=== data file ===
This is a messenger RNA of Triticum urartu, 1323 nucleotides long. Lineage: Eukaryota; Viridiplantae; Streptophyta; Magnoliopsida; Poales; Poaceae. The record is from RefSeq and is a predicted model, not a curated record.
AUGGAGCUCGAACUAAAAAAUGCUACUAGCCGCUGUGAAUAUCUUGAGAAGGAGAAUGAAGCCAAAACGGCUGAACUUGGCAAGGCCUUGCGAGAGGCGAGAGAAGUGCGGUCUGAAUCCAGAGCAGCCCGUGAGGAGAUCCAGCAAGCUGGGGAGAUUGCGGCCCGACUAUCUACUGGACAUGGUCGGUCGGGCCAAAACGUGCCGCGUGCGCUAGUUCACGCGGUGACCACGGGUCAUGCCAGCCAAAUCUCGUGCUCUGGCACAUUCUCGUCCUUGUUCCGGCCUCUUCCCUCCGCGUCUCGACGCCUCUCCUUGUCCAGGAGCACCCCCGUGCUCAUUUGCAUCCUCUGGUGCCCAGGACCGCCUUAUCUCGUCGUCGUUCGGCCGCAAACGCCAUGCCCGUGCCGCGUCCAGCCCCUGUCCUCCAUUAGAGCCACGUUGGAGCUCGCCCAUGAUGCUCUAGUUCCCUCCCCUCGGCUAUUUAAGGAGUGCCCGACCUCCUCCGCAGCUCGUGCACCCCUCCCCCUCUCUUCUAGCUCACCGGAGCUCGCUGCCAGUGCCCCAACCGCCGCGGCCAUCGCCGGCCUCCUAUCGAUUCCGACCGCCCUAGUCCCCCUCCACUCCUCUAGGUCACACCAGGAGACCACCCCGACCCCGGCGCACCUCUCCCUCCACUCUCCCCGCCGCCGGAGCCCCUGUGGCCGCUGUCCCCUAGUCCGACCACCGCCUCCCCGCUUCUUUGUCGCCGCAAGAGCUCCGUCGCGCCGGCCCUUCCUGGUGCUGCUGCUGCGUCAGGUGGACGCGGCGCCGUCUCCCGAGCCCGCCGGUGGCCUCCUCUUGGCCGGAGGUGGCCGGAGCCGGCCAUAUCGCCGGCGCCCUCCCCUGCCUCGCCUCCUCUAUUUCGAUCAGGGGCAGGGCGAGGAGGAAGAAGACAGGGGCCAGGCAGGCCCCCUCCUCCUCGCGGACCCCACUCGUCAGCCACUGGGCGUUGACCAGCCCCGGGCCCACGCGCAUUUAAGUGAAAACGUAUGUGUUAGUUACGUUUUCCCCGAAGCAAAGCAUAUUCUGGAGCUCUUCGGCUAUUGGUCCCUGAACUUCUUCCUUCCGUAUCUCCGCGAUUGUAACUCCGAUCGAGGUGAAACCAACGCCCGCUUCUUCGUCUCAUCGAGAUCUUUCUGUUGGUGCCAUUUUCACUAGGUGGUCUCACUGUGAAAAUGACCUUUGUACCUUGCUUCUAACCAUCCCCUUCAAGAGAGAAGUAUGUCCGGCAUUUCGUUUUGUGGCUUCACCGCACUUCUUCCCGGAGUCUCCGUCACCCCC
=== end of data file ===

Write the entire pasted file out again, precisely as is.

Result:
This is a messenger RNA of Triticum urartu, 1323 nucleotides long. Lineage: Eukaryota; Viridiplantae; Streptophyta; Magnoliopsida; Poales; Poaceae. The record is from RefSeq and is a predicted model, not a curated record.
AUGGAGCUCGAACUAAAAAAUGCUACUAGCCGCUGUGAAUAUCUUGAGAAGGAGAAUGAAGCCAAAACGGCUGAACUUGGCAAGGCCUUGCGAGAGGCGAGAGAAGUGCGGUCUGAAUCCAGAGCAGCCCGUGAGGAGAUCCAGCAAGCUGGGGAGAUUGCGGCCCGACUAUCUACUGGACAUGGUCGGUCGGGCCAAAACGUGCCGCGUGCGCUAGUUCACGCGGUGACCACGGGUCAUGCCAGCCAAAUCUCGUGCUCUGGCACAUUCUCGUCCUUGUUCCGGCCUCUUCCCUCCGCGUCUCGACGCCUCUCCUUGUCCAGGAGCACCCCCGUGCUCAUUUGCAUCCUCUGGUGCCCAGGACCGCCUUAUCUCGUCGUCGUUCGGCCGCAAACGCCAUGCCCGUGCCGCGUCCAGCCCCUGUCCUCCAUUAGAGCCACGUUGGAGCUCGCCCAUGAUGCUCUAGUUCCCUCCCCUCGGCUAUUUAAGGAGUGCCCGACCUCCUCCGCAGCUCGUGCACCCCUCCCCCUCUCUUCUAGCUCACCGGAGCUCGCUGCCAGUGCCCCAACCGCCGCGGCCAUCGCCGGCCUCCUAUCGAUUCCGACCGCCCUAGUCCCCCUCCACUCCUCUAGGUCACACCAGGAGACCACCCCGACCCCGGCGCACCUCUCCCUCCACUCUCCCCGCCGCCGGAGCCCCUGUGGCCGCUGUCCCCUAGUCCGACCACCGCCUCCCCGCUUCUUUGUCGCCGCAAGAGCUCCGUCGCGCCGGCCCUUCCUGGUGCUGCUGCUGCGUCAGGUGGACGCGGCGCCGUCUCCCGAGCCCGCCGGUGGCCUCCUCUUGGCCGGAGGUGGCCGGAGCCGGCCAUAUCGCCGGCGCCCUCCCCUGCCUCGCCUCCUCUAUUUCGAUCAGGGGCAGGGCGAGGAGGAAGAAGACAGGGGCCAGGCAGGCCCCCUCCUCCUCGCGGACCCCACUCGUCAGCCACUGGGCGUUGACCAGCCCCGGGCCCACGCGCAUUUAAGUGAAAACGUAUGUGUUAGUUACGUUUUCCCCGAAGCAAAGCAUAUUCUGGAGCUCUUCGGCUAUUGGUCCCUGAACUUCUUCCUUCCGUAUCUCCGCGAUUGUAACUCCGAUCGAGGUGAAACCAACGCCCGCUUCUUCGUCUCAUCGAGAUCUUUCUGUUGGUGCCAUUUUCACUAGGUGGUCUCACUGUGAAAAUGACCUUUGUACCUUGCUUCUAACCAUCCCCUUCAAGAGAGAAGUAUGUCCGGCAUUUCGUUUUGUGGCUUCACCGCACUUCUUCCCGGAGUCUCCGUCACCCCC